[Resource Topic] 2018/1135: PoTS - A Secure Proof of TEE-Stake for Permissionless Blockchains

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PoTS - A Secure Proof of TEE-Stake for Permissionless Blockchains

Authors: Sébastien Andreina, Jens-Matthias Bohli, Ghassan O. Karame, Wenting Li, Giorgia Azzurra Marson


Proof-of-Stake (PoS) protocols have been actively researched for the past few years. PoS finds direct applicability in permissionless blockchain platforms and emerges as one of the strongest candidates to replace the largely inefficient Proof of Work mechanism that is currently plugged in the majority of existing permissionless blockchain systems. Although a number of PoS variants have been proposed, these protocols suffer from a number of security shortcomings. Namely, most existing PoS variants are either subject to the nothing at stake, the long range, or the stake grinding attacks which considerably degrade security in the blockchain. These shortcomings do not result from a lack of foresight when designing these protocols, but are inherently due to the ease of manipulating “stake” when compared to other more established variants, such as “work”. In this paper, we address these problems and propose a secure Proof of Stake protocol, PoTS, that leverages Trusted Execution Environments (TEEs), such as Intel SGX, to ensure that each miner can generate at most one block per “height” for strictly increasing heights—thus thwarting the problem of nothing at stake and a large class of long-range attacks. In combination with TEEs, PoTS additionally uses cryptographic techniques to also prevent grinding attacks and protect against posterior corruption. We show that our protocol is secure, in the sense of well-established cryptographic notions for blockchain protocols, down to realistic hardware assumptions on TEE and well-established cryptographic assumptions. Finally, we evaluate the performance of our proposal by means of implementation. Our evaluation results show that PoTS offers a strong tradeoff between security of performance of the underlying PoS protocol.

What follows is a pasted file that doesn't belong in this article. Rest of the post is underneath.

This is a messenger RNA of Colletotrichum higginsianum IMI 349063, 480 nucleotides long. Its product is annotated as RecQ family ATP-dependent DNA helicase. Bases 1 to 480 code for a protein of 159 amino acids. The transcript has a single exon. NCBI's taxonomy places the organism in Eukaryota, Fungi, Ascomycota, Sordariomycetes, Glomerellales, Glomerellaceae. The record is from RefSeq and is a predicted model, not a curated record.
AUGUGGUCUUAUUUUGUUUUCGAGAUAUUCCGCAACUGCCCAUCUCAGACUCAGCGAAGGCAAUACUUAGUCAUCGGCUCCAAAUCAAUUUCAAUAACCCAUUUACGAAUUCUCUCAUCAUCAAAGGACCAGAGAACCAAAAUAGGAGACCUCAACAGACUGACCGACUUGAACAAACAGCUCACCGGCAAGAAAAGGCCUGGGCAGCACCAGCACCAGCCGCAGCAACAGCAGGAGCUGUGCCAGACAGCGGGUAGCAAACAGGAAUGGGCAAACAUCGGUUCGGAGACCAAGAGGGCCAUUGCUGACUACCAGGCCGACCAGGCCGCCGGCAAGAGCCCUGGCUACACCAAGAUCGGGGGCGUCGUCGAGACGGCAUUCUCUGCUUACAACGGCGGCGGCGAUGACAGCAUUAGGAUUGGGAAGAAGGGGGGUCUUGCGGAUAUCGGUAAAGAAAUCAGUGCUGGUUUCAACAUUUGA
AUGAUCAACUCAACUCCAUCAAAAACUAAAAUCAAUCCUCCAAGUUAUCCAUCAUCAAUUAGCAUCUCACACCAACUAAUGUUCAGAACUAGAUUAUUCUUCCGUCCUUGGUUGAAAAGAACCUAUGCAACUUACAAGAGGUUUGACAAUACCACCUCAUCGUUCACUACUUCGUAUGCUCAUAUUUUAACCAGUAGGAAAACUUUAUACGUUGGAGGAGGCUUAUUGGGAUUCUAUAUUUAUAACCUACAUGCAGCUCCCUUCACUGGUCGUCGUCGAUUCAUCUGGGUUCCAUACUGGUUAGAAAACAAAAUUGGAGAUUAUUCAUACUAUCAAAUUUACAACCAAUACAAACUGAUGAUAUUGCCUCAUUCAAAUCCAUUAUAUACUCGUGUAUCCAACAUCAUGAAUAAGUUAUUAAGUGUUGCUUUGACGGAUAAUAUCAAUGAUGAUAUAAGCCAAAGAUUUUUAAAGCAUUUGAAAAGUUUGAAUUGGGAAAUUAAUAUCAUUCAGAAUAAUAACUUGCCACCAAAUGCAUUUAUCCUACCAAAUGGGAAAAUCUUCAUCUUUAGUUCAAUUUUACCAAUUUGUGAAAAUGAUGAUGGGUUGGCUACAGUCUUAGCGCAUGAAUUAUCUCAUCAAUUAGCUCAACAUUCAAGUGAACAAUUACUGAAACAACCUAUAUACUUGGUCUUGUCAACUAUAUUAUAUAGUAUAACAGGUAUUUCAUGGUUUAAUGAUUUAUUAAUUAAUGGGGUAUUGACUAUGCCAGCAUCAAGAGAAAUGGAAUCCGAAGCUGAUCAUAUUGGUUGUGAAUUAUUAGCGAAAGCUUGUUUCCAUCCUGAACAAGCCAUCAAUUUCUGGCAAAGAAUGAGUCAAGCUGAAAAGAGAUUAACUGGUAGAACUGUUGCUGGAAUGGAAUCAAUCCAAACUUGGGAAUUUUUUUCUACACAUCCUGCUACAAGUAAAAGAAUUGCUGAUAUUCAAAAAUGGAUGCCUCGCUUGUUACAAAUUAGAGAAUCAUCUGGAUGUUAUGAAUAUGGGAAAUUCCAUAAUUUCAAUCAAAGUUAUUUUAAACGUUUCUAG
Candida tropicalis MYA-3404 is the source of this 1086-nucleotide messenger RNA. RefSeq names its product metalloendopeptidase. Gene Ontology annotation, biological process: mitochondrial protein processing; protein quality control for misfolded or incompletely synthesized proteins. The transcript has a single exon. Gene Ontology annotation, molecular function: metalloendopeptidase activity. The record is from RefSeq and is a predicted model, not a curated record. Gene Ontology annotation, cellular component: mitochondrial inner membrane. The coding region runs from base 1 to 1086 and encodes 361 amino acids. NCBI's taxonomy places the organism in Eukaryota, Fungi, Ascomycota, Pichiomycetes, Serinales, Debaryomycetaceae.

ePrint: https://eprint.iacr.org/2018/1135

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